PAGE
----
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This publication is available at https://www.gov.uk/government/publications/vaping-in-england-an-evidence-update-february-2019/vaping-in-england-evidence-update-summary-february-2019
This report was commissioned by Public Health England to summarise evidence to underpin policy and regulation of electronic cigarettes in England. It focuses mainly on the latest evidence on prevalence and characteristics of electronic cigarette use in young people and adults in England.
The context for the report is that smoking remains the leading preventable cause of illness and premature death and is one of the largest causes of health inequalities. So alternative nicotine delivery systems, such as electronic cigarettes or e-cigarettes, could play a major role in improving public health.
E-cigarette is a term that was commonly used when the first devices became available. These devices resembled tobacco cigarettes, but there has since been a rapid evolution of the technology and products. The shape of the products now varies enormously.
This variation means that the term e-cigarettes is no longer appropriate, and we are aware of discussions going on in the UK and internationally to develop common terminology. For this report, we continue to use the term e-cigarettes (EC) but we hope to replace this terminology in future reports, when a consensus has been reached.
2. Recent policy and guidance developments
2.1 Main changes
The National Institute for Health and Care Excellence (NICE) published guidance for health and social care workers on how to have an informed discussion about EC. The House of Commons Science and Technology Committee published a report on EC which included recommendations about harm reduction, smoking cessation, EC in mental health settings and regulation.
The Government responded with a command paper which broadly accepted the Science and Technology Committee’s recommendations. The response said the government is firmly committed to more research in this area and to a proportionate regulation system.
Following a consultation, the Committee of Advertising Practice (CAP) and the Broadcast Committee of Advertising Practice (BCAP) announced that they were lifting the blanket ban on making health claims in non-broadcast advertising for EC. It is currently unclear how the new guidance will be applied in practice.
New NHS guidance has followed recommendations on fire risks from our previous evidence reviews and placed EC in the same category as mobile phones.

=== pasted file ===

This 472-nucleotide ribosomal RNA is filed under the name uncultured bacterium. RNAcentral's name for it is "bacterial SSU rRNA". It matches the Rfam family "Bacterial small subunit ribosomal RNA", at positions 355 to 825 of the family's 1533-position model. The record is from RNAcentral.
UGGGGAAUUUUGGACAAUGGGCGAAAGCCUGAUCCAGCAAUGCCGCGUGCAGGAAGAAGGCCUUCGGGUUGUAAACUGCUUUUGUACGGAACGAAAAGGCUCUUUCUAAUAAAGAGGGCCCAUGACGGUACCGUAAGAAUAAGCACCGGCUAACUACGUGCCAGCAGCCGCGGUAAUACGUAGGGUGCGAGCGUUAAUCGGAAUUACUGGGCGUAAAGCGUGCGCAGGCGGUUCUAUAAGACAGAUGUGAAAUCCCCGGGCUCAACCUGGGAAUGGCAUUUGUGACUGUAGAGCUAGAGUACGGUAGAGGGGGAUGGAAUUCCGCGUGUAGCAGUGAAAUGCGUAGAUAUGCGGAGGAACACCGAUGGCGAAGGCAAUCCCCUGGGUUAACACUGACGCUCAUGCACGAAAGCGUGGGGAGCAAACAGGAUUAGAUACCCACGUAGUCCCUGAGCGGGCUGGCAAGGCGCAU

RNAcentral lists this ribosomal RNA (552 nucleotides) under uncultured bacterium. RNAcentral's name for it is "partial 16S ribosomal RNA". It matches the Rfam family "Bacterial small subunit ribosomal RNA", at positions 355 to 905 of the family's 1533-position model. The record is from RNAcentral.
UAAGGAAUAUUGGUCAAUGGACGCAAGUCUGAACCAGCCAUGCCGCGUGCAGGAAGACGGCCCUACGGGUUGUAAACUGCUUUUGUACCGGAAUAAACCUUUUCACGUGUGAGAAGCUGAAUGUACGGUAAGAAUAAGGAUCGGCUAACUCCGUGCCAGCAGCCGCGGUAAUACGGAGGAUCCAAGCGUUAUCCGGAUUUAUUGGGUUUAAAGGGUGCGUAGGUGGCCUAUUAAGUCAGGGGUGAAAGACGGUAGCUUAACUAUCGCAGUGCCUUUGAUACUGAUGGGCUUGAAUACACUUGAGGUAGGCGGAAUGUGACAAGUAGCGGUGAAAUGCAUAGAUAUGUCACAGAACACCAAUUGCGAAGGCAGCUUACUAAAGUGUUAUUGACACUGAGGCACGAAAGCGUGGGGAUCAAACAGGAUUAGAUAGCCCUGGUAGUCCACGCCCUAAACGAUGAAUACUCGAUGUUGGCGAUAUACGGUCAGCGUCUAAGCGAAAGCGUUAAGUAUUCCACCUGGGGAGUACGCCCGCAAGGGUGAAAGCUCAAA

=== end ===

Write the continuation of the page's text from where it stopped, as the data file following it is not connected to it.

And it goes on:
The NHS Long Term Plan for England recommended a new universal smoking cessation offer for long-term users of specialist mental health and learning disability services. This will include the option for smokers to switch to e-cigarettes while in inpatient settings. Individual countries have amended their policies on EC to either further restrict their use or, in the case of Canada and New Zealand, promote their use as less harmful alternatives to tobacco smoking.
The US Food and Drug Administration announced actions to restrict the sale and marketing of EC to young people.
Overall, England continues to take small progressive steps towards ensuring vaping remains an accessible and appealing alternative to smoking.
If the House of Commons Science and Technology Committee’s recommendations are fully carried out by government, they have the potential to broaden this accessibility and appeal further, particularly in mental health settings, where smoking rates are high.
However, there is still no medicinally licensed EC in England, or anywhere else in the world. It is possible that more smokers may be attracted to vaping if a licensed EC was made available. Barriers to licensing and the commercialising of licensed products need further exploration.
We have used data from several surveys in the UK which assessed young people and adult vaping prevalence. We also drew on peer-reviewed publications of these surveys including any awaiting publication, for which we are co-authors.
We reviewed the international literature on vaping prevalence from 1 January 2017 to 5 November 2018 and examined data collected from local authorities on stop smoking services by NHS Digital from 1 April 2017 to 30 June 2018.
4. Vaping in young people
4.1 Main findings
In England and in Great Britain as a whole, experimentation with EC has steadily increased in recent years. However, regular use remains low, with 1.7% of 11 to 18 year olds in Great Britain reporting at least weekly use in 2018 (it was 0.4% among 11 year olds and 2.6% among 18 year olds).
Vaping continues to be associated with smoking. The proportion of young people who have never smoked who use EC at least weekly remains very low (0.2% of 11 to 18 year olds in 2018).
The latest smoking data used for measuring progress in reaching the goals of the Tobacco Control Plan for England are from 2016. The data indicated that 7% of 15 year olds were regular (at least weekly) smokers in 2016 (8% in 2014). The 2018 data is not yet available.
The proportion who haven’t smoked but have tried vaping is increasing. The extent to which these young people would have tried smoking if vaping had not been available is unclear.